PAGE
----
The University of Michigan has a long history of student activism. Although many are familiar with the Vietnam War protests on campus in the 1960s, few are aware of the anti-sweatshop movement of the late 1990s and early 2000s. Inspired by the AFL-CIO’s Union Summer internship program in 1997, college students began forming anti-sweatshop groups, often under the banner of the national United Students Against Sweatshops (USAS) organization, and bringing the issue to campuses. University of Michigan students launched Students Organizing for Labor and Economic Equality, otherwise known as SOLE, in 1998 with the aim of increasing the transparency of university clothing contracts and evaluating conditions at factories that manufactured university apparel. In 1999, SOLE staged its first major action: a 51 hour long sit-in in President Bollinger’s office to demand a stronger code of conduct from the administration to protect overseas garment workers manufacturing university apparel. Over the next decade SOLE continued to push the university to reform its labor policies as well as working on local labor issues. SOLE’s efforts on campus led to the creation of the President’s Committee on Labor Standards and Human Rights, the adoption of a stronger code of conduct, the university’s membership in the Worker’s Rights Consortium, and an increase in overall scrutiny of Michigan’s suppliers.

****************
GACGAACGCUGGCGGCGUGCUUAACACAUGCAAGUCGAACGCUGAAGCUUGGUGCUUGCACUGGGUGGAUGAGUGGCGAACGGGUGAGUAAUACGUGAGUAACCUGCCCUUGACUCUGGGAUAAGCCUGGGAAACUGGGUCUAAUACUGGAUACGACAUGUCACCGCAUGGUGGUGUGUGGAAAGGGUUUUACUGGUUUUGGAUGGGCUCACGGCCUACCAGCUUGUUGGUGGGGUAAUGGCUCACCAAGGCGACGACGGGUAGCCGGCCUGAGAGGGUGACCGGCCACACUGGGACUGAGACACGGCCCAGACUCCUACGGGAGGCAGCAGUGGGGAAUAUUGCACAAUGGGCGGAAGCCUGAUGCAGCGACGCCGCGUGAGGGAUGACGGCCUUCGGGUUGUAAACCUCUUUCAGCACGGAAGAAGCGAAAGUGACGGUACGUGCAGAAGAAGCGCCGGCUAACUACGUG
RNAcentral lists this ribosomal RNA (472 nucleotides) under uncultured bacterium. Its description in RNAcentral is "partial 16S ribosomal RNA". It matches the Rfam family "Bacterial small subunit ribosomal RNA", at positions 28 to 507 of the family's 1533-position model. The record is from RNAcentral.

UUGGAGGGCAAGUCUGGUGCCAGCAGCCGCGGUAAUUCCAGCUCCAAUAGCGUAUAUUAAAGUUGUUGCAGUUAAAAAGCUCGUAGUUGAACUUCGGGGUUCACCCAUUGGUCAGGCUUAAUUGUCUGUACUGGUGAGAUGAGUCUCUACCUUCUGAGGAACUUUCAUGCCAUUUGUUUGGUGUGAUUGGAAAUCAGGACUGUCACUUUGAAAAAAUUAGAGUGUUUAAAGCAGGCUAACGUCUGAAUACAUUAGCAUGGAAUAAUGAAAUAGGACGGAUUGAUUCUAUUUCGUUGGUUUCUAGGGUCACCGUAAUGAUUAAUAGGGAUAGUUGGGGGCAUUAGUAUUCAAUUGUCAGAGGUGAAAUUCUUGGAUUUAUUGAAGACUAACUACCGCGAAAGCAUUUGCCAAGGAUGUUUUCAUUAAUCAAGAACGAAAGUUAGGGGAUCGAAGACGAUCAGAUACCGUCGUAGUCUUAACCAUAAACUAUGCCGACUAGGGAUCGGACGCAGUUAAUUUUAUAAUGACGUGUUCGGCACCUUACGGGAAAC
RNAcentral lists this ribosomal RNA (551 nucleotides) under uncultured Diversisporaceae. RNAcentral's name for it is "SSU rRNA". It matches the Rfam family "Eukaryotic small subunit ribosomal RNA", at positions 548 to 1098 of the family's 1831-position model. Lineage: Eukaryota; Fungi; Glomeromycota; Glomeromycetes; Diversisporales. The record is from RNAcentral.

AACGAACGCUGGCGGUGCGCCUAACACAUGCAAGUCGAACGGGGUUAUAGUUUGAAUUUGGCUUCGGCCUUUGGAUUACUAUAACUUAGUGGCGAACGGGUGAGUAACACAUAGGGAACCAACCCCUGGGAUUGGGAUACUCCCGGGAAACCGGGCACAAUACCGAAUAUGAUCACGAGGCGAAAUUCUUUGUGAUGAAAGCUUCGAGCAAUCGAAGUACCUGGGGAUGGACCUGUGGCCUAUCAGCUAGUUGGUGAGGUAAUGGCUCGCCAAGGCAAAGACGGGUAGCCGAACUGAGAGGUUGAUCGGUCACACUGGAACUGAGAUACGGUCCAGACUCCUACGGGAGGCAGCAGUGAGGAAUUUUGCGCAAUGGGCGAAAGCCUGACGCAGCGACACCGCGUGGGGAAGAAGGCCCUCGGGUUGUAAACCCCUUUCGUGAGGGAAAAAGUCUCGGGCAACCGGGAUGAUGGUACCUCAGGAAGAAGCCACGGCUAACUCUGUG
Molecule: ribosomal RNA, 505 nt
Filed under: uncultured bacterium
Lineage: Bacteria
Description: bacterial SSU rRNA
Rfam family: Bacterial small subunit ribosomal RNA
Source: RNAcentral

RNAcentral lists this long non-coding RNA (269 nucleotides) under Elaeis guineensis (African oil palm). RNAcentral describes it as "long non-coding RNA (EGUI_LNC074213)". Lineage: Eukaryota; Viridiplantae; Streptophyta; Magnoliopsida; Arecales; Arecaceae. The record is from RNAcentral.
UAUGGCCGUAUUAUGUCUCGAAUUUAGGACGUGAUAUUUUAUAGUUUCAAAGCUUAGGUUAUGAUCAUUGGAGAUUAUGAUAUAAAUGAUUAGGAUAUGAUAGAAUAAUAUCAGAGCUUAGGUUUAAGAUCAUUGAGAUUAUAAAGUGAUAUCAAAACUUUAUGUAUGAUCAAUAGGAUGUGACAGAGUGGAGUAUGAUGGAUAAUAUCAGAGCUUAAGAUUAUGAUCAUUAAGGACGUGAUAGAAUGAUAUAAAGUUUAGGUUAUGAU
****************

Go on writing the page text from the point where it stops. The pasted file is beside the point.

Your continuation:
This exhibit follows SOLE's emergence as a major force on the University of Michigan’s campus in the late 1990s to their eventual fracturing and decline by 2010. The tabs at the right provide an outline of some of the critical points in the anti-sweatshop movement-- from the occupation of President Bollinger's office, to their work with local unions, to their organized efforts against UM’s contract with Nike, to the arrests during a later occupation of the president’s office in 2007. The legacies section considers the impact of SOLE on local, nation, and international labor relations as well as its impact on its own members, many of whom pursued careers in public service, labor relationships, and social justice. For the first time, this website explores the contributions of University of Michigan students to the anti-sweatshop movement and extends the history of UM student activism nearly to the present.